The Past Master’s Jewel
16 January 24
There is no higher, and theoretically, more important office in a lodge than that of the Worshipful Master.
The Jewel of Office he wears is a Builder’s Square beneath which is fixed a perfect square containing the illustration of Euclid’s 47th Proposition, the perfect square being the masonic symbol of moral perfection. It is the Master’s duty to apply the perfect square of right and truth to the work of the lodge, himself exemplifying what is Right and what is Truth in the conduct of his lodge.
The award of a jewel to the retiring Worshipful Master of a lodge was first officially proscribed in the first Book of Constitutions following the unions of English lodges in 1815. The Jewel was to be ‘that of a Square and the diagram of the 47th Proposition of Euclid engraved on a silver plate pendent within it’. History tells us that Dr Anderson, author of the 1723 and later 1738 ‘Constitutions’ used this design as the front piece of both historical documents.
The pendent of the 47th Proposition beneath the Square worn by the Master was intended as symbolic of the importance of geometry in the designing of buildings and the mason’s trade. The ‘Old Charges’ to which every new Masonic Master must assent, have been historically closely linked to the mason’s craft.
Dr Anderson in his 1723 Constitution averred that ‘the 47th Proposition of Euclid’s first book is the foundation of all Masonry, sacred, civil and military’. He was treating the 47th Proposition as ‘the symbol of all geometry and proclaiming the age-old link between science and the Craft’.
The 47th Proposition states the proof in every right angle triangle, the sum of the squares of two sides is equal to the sum of the hypotenuse. Thus the measurement of the triangle in the Past Master’s jewel is the traditional 3-4-5, and the lines of proof of the Proposition are shown on the completed symbol.
Ancient buildings were designed in any of three forms – square, oblong 2 to 1 or oblong 3 to 1. If a building was to be square, distances were measured from the centre point to each of the four corners. This was done by the Master Masons carrying 2-4-5 rods who would then mark out right-angle corners of the new building.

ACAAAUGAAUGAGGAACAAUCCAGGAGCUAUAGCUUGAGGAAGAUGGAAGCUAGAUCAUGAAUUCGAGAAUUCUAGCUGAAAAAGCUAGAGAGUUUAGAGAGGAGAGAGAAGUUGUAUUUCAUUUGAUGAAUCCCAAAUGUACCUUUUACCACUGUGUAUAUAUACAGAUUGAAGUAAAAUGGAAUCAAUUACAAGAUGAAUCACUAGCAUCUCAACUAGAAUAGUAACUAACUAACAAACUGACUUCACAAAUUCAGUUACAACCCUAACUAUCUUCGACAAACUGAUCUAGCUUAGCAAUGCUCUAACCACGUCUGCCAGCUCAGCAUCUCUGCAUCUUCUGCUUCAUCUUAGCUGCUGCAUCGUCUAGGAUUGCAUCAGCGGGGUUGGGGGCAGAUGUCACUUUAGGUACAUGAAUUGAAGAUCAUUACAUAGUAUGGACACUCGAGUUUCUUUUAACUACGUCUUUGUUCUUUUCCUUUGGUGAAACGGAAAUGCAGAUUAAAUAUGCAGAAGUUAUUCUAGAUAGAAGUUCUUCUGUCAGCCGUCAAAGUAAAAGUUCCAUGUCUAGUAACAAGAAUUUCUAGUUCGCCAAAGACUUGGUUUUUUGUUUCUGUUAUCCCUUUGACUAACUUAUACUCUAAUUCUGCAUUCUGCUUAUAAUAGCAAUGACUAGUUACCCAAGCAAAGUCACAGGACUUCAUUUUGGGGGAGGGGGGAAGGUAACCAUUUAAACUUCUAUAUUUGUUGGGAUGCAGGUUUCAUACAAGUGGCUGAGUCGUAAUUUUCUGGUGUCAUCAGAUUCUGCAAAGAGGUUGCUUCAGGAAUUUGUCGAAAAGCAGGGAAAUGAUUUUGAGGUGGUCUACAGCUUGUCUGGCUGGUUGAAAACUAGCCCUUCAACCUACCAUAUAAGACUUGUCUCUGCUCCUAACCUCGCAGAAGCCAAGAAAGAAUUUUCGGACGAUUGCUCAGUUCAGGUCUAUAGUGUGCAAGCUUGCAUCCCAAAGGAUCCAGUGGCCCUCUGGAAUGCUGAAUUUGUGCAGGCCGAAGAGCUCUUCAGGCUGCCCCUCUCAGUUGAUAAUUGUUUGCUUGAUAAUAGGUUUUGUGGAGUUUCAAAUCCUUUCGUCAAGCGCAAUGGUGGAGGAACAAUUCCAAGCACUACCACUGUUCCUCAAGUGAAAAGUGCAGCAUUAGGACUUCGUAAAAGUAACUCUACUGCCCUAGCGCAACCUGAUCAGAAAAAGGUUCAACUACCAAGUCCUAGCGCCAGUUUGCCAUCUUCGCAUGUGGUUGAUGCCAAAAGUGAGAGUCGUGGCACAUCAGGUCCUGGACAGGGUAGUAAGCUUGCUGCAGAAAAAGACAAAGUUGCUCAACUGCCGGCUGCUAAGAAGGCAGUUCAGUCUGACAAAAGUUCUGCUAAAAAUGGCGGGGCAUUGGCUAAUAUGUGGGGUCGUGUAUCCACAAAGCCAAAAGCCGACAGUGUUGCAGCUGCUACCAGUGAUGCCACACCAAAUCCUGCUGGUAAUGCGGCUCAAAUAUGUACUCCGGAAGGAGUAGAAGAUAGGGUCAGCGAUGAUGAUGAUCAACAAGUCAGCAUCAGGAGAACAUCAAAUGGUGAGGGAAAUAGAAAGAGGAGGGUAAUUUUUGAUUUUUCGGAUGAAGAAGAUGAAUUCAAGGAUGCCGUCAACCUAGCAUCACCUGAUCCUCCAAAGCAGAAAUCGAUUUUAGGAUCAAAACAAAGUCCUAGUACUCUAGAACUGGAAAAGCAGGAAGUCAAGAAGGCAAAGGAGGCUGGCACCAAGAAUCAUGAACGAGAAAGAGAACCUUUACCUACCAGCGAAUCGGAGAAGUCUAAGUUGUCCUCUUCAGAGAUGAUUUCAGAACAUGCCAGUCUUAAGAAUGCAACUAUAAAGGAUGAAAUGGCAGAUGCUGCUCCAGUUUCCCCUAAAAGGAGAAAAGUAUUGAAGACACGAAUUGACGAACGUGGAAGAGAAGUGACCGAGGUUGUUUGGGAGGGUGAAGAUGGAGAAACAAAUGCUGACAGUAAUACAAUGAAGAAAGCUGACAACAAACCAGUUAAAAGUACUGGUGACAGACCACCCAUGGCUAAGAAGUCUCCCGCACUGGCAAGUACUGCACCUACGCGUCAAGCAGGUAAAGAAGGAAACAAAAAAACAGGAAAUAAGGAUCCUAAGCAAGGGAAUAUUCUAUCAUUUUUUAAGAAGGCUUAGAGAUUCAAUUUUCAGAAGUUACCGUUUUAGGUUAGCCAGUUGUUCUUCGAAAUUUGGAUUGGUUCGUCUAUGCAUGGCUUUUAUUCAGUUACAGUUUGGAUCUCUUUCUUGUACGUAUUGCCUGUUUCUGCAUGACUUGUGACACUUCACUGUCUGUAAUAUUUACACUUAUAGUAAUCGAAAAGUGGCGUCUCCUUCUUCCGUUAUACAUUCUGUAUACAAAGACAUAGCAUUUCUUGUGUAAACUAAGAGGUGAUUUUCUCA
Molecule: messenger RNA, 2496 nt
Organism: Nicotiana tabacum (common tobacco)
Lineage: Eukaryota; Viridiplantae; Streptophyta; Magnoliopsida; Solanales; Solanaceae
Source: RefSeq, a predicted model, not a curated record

In operative times, the main secret of Operative Guild Masonry was that the Master of the Lodge carried a rod measuring three units. His senior warden carried a similar rod measuring four units and the junior warden carried one measuring five units. When joined together they formed a perfect right-angle triangle. When a temple or public building was being constructed for the King or Ruler, on a date arranged the King ceremoniously laid the centre stone, then with a centre punch made a Centre Mark on the stone with a blessing. This mark became the ‘point from which a person could not err’.
The Master and Wardens then formed four right-angle triangles from the centre point, at the corners of which pegs were placed. Lines were then extended a safe distance from the corners to form permanent Land Marks of the Order from which all future measurements of the future building would be made.
It was then a criminal offence, punishable by death, to alter or remove the Land Mark from buildings under construction as it was from these Land Marks that all measurements required in the construction of the building were made.
Much has been written on the Past Master’s Jewel. The consensus view is that the jewel is not a symbol but rather it alludes to the 47th Proposition which is universally proclaimed as the ‘quintessence of perfection and truth’. Masonry ‘is an art founded on the principles of geometry and directed to the service of mankind’.
Historically, these symbols, while veiled in allegory, were directed to the noble object of cultivation of improvement in the human mind in the purest principles of morality. The moral philosophy of the right angle of a triangle represents the equal balance of spiritual and physical forces so that neither will prove a deterrent to the other. The hypotenuse represents the bond of union which connects the spiritual and the physical on each end of the line. The extreme points at the end of the line hypotenuse represent the soul, body and spirit.
In masonic constitutions other than England, the Past Master’s jewel had a different design beneath the inverted square of the Master’s jewel. The Scottish jewel illustrates the fundamental importance of geometry in ancient Masonry while the Irish reflects the strong spiritual history of Freemasonry in Ireland. Indeed the oldest true relic of Freemasonry is a brass square found in the foundations of Baal’s Bridge near Limerick, dated 1507 on which is inscribed the words: ‘I will strive to live with love and care, upon the level, by the square.’
By W Bro Reg Whiteley